We made our way past the front gate and through an Asian garden to the century old main house to sign in. The main house was once a residence that has since been turned into a shop, café, and seating area. The class took place in a nearby outdoor room open on three sides to let the cool breeze flow through the space. It was a calming and soothing place to spend our time on the mat. After class my travel partner and I ate exquisite salads and drank fresh juices on the front porch of the main house. It turns out that both the food, and the yoga at The Yogarden are fantastic. 

I felt a caring, non-judgmental, universal, and radiant kind of love in that place. I was challenged, humbled, and inspired all at once on that paradise island. I took numerous classes in my few short days there. I did more yoga during that time than the entire month prior. I tried yin yoga for the first time. I found the long held poses that induce deep stretching of the connective tissue to be a fiercely intense challenge. As directed, I controlled my thoughts and used my breathing to make it through the 5 to 7 minute long poses with as little movement as possible. For the first time, I felt the higher connection and purpose of yoga reveal itself to me. 

Perhaps the greatest benefit of yoga is what is does for your mind. Everyone is different, but for me overcoming challenges brings new confidence, courage, and peace of mind. Yoga is like a mental and physical meditation that connects your breath to your movements. Connecting the breath to movement increases mindfulness and awareness. So much of what we suffer as humans begins with our thoughts. Greater mindfulness and awareness in our life tends to lessen our suffering and increase our ability to face even greater challenges.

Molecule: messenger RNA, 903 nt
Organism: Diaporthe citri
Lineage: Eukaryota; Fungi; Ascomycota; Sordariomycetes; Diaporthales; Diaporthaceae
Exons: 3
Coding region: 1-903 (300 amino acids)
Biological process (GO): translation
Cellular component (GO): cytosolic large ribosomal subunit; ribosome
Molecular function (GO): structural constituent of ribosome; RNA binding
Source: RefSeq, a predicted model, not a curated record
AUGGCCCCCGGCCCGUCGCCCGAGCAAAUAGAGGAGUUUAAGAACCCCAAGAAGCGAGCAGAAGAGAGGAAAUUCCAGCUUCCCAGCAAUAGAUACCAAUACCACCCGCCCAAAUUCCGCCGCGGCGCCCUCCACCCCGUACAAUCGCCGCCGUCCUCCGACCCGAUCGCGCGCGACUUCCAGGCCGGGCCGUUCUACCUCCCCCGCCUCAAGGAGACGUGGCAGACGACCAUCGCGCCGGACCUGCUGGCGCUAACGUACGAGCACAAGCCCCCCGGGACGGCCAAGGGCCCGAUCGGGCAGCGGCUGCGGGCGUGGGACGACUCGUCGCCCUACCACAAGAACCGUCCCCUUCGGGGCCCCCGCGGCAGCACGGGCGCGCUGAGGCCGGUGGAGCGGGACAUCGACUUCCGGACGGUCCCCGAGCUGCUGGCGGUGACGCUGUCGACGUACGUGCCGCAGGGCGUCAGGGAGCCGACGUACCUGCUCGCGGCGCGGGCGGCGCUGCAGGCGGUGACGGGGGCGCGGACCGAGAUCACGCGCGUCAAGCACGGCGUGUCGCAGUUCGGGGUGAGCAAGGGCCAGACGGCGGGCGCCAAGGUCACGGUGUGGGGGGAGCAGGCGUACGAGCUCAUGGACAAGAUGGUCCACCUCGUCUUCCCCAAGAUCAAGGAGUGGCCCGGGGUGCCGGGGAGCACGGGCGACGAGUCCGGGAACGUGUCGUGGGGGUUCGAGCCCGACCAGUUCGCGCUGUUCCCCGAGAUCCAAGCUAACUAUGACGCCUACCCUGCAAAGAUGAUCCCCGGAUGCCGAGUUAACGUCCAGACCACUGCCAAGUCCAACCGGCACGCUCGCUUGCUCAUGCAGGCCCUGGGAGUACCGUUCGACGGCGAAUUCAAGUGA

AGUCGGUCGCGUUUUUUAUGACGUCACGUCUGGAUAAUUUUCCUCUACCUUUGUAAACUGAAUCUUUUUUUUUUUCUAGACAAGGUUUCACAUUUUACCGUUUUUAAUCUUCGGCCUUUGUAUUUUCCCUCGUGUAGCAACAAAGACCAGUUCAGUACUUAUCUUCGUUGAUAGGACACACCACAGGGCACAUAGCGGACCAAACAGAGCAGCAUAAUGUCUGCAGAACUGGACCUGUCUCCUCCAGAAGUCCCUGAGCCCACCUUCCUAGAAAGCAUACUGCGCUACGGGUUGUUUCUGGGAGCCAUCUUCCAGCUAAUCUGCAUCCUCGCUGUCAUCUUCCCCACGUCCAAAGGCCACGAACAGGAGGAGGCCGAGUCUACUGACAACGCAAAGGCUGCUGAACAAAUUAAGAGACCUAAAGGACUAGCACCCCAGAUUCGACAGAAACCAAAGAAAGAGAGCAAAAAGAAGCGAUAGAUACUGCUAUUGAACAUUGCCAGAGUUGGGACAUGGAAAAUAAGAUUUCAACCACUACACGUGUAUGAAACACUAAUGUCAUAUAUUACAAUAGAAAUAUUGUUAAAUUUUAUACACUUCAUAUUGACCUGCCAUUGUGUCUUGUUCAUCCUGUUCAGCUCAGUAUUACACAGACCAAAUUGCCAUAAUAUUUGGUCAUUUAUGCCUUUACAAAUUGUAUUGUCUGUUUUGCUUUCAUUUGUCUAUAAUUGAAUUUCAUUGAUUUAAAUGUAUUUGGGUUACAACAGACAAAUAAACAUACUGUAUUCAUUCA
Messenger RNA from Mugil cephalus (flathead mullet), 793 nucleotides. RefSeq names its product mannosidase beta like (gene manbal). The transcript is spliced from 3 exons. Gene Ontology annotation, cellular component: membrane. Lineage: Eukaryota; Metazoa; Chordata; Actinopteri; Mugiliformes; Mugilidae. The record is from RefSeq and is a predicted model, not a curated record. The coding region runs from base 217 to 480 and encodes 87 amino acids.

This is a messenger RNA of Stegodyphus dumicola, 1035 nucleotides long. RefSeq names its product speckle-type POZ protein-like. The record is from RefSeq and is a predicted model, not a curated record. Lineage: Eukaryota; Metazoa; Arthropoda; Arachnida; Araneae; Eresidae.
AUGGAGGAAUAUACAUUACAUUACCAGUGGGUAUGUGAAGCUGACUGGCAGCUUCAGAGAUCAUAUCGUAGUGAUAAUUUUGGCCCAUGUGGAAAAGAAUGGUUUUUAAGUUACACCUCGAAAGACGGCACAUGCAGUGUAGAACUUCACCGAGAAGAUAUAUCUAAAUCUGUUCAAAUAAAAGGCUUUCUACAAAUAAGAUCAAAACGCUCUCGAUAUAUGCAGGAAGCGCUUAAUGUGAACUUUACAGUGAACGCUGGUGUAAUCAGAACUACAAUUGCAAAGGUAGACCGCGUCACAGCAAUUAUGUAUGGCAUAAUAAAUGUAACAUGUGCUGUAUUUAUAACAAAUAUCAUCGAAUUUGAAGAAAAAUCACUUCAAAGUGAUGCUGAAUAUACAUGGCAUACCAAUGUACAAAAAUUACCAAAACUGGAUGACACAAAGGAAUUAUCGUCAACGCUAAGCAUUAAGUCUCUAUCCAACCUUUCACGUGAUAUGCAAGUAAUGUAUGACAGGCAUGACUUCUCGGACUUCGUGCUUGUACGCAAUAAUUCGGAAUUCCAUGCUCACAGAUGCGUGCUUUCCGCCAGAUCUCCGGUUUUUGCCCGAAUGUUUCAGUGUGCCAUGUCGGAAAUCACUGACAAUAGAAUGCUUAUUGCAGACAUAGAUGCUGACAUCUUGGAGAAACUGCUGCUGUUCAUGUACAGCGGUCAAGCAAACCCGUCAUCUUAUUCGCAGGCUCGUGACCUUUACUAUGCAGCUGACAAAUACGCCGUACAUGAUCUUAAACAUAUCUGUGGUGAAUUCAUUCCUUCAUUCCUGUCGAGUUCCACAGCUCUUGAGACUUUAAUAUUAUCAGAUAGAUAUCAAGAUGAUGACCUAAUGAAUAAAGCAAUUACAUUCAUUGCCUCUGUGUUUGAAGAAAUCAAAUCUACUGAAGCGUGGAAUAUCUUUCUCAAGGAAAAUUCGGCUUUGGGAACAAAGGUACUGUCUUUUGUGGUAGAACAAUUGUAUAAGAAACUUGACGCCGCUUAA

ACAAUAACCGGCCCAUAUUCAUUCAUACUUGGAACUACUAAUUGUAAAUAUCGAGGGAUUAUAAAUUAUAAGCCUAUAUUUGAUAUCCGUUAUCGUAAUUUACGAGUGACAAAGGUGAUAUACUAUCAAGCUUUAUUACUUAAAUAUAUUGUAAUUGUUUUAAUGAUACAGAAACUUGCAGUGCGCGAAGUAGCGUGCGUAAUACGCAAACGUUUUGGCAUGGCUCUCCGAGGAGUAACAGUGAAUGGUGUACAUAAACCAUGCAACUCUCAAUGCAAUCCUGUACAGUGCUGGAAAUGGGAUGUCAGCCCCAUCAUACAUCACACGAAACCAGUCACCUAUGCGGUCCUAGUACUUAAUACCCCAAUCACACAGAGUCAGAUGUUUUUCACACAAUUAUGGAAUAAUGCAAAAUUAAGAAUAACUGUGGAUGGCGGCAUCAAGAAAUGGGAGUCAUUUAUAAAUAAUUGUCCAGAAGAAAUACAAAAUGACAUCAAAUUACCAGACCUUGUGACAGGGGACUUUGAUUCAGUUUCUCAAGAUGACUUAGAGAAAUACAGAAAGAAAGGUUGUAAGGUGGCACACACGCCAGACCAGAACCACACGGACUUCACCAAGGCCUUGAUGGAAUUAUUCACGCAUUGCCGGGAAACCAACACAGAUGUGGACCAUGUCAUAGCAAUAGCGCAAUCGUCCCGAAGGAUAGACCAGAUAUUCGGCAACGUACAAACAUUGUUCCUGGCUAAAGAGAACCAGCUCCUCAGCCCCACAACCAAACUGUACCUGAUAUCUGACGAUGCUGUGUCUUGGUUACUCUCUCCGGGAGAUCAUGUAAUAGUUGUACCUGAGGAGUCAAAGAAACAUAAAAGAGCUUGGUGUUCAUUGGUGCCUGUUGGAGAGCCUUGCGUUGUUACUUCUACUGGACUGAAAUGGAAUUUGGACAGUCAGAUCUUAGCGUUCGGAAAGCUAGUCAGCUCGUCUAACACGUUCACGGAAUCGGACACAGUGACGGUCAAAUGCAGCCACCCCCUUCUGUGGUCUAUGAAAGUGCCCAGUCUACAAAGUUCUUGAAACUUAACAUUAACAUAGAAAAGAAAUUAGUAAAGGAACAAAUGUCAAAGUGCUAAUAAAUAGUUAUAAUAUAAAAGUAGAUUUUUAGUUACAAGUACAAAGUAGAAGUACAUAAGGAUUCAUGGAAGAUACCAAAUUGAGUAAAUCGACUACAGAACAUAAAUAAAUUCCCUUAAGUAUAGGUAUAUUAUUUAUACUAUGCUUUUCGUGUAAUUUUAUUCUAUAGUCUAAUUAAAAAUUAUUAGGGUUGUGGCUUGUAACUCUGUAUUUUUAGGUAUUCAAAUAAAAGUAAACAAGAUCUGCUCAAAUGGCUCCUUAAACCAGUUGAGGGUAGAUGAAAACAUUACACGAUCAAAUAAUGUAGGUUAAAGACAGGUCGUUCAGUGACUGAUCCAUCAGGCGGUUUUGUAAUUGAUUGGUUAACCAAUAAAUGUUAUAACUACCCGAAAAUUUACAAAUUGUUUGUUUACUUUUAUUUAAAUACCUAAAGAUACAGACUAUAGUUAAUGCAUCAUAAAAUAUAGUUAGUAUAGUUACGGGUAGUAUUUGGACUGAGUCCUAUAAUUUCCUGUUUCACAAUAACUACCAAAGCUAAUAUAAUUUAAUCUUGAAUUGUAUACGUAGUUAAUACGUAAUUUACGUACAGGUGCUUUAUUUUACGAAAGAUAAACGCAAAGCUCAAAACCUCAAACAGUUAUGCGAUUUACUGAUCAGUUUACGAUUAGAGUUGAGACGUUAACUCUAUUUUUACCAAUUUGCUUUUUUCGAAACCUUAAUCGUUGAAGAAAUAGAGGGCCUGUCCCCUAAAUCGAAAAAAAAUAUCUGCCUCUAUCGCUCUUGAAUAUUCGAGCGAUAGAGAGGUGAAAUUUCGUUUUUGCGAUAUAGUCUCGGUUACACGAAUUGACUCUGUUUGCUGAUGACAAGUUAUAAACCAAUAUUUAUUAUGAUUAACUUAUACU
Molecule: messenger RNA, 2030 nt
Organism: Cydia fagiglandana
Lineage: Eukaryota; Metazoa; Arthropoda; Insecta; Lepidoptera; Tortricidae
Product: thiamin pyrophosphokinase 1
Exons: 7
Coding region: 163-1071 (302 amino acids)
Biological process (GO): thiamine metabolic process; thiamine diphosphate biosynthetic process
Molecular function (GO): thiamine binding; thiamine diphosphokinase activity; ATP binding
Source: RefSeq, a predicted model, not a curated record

These days, nearly every city and town in America has a yoga studio. I would suggest starting with a beginner class at your local studio. Many places also have restorative classes if you need an easier option to start with. You can rent a mat at most studios so just wear comfortable clothes and take some water. 

There are different kinds of yoga so don't be afraid to ask someone at your local studio. There are also good videos online, but as a beginner it helps to have someone to coach you into the poses. Yoga is not something that you master quickly, that is why they call it a practice. Don't be discouraged if you feel a little out of sorts at first, it will come with time. 

Another great thing about yoga is the people that you meet. I’m not simply talking about meeting attractive women, although yoga classes tend to be full of them. I am talking about meeting other like-minded people who are enjoying a life journey. I have made many friends both male and female through yoga. They are some of the most insightful and awakened people I know. 

Yoga is something you take with you wherever you go. It is something you can practice at home, on a beach, in a studio, or even in your chair at work. It is something that will improve any sports or training regiment. It is something that will enrich your life and may just lead you to places you never expected. Yoga is a practice, a physical and mental challenge, a community, a way of life, and an escape. If you take the time to try it you will be glad you did. Namaste.